Articles | Volume 4, issue 4
The Cryosphere, 4, 529–544, 2010
The Cryosphere, 4, 529–544, 2010

Research article 01 Dec 2010

Research article | 01 Dec 2010

Climate of the Greenland ice sheet using a high-resolution climate model – Part 2: Near-surface climate and energy balance

J. Ettema1,2, M. R. van den Broeke1, E. van Meijgaard3, and W. J. van de Berg1 J. Ettema et al.
  • 1Institute for Marine and Atmospheric research Utrecht, Utrecht University, Utrecht, The Netherlands
  • 2Faculty of Geo-Information Science and Earth Observation (ITC), University of Twente, Enschede, The Netherlands
  • 3Royal Netherlands Meteorological Institute, De Bilt, The Netherlands

Abstract. The spatial variability of near-surface variables and surface energy balance components over the Greenland ice sheet are presented, using the output of a regional atmospheric climate model for the period 1958–2008. The model was evaluated in Part 1 of this paper.

The near-surface temperature over the ice sheet is affected by surface elevation, latitude, longitude, large-scale and small-scale advection, occurrence of summer melt and mesoscale topographical features. The atmospheric boundary layer is characterised by a strong temperature inversion, due to continuous longwave cooling of the surface. In combination with a gently sloping surface the radiative loss maintains a persistent katabatic wind. This radiative heat loss is mainly balanced by turbulent sensible heat transport towards the surface. In summer, the surface is near radiative balance, resulting in lower wind speeds. Absorption of shortwave radiation and a positive subsurface heat flux due to refreezing melt water are heat sources for surface sublimation and melt.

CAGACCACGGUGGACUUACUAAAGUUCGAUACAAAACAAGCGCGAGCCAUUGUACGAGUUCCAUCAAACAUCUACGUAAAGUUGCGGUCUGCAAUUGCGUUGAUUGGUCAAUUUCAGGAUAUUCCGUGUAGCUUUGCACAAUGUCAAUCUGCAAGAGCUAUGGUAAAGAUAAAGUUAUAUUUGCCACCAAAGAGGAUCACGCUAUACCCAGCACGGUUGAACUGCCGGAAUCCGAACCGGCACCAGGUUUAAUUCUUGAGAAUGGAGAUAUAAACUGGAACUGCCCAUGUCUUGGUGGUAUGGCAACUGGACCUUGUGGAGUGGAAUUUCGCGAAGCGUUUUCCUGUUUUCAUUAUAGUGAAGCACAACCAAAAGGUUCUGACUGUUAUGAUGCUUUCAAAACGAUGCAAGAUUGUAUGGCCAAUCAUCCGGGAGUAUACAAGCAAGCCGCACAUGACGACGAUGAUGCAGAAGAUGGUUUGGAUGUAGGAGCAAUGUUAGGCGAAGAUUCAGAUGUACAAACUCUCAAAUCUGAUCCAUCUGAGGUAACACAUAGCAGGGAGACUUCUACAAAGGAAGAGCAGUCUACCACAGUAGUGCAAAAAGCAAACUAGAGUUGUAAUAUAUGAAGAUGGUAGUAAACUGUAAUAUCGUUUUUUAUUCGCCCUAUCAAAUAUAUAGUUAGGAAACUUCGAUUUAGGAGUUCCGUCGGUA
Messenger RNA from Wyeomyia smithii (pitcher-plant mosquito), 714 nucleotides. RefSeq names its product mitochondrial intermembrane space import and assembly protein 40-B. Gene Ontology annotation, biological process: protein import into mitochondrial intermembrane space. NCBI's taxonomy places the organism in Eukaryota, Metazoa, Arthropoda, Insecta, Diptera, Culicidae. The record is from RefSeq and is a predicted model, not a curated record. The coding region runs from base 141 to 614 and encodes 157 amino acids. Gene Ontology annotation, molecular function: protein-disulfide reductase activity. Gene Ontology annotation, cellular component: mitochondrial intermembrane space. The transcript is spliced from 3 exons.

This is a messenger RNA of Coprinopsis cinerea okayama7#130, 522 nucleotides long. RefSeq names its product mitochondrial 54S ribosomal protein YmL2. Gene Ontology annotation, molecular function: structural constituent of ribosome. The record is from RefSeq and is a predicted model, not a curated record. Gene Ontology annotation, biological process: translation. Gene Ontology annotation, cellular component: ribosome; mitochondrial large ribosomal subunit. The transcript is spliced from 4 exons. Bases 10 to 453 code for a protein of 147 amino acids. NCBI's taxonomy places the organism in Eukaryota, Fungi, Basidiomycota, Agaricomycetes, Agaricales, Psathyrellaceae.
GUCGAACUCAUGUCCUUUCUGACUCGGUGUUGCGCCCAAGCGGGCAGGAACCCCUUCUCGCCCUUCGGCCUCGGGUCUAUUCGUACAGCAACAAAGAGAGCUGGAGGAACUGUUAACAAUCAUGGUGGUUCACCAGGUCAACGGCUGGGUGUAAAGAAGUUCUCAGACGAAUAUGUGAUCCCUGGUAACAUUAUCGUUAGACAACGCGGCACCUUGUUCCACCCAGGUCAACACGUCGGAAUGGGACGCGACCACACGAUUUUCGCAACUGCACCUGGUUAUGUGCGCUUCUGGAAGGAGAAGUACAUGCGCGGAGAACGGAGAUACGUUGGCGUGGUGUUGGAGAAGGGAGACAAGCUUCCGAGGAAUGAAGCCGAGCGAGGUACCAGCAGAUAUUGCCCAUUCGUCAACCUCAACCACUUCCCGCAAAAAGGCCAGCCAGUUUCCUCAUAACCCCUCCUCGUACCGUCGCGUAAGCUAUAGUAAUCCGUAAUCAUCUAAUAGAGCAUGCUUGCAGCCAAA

The strongest temperature deficits (>13 °C) are found on the northeastern slopes, where the strongest katabatic winds (>9 m s−1) and lowest relative humidity (<65%) occur. Due to strong large scale winds, clear sky (cloud cover <0.5) and a concave surface, a continuous supply of cold dry air is generated, which enhances the katabatic forcing and suppresses subsidence of potentially warmer free atmosphere air.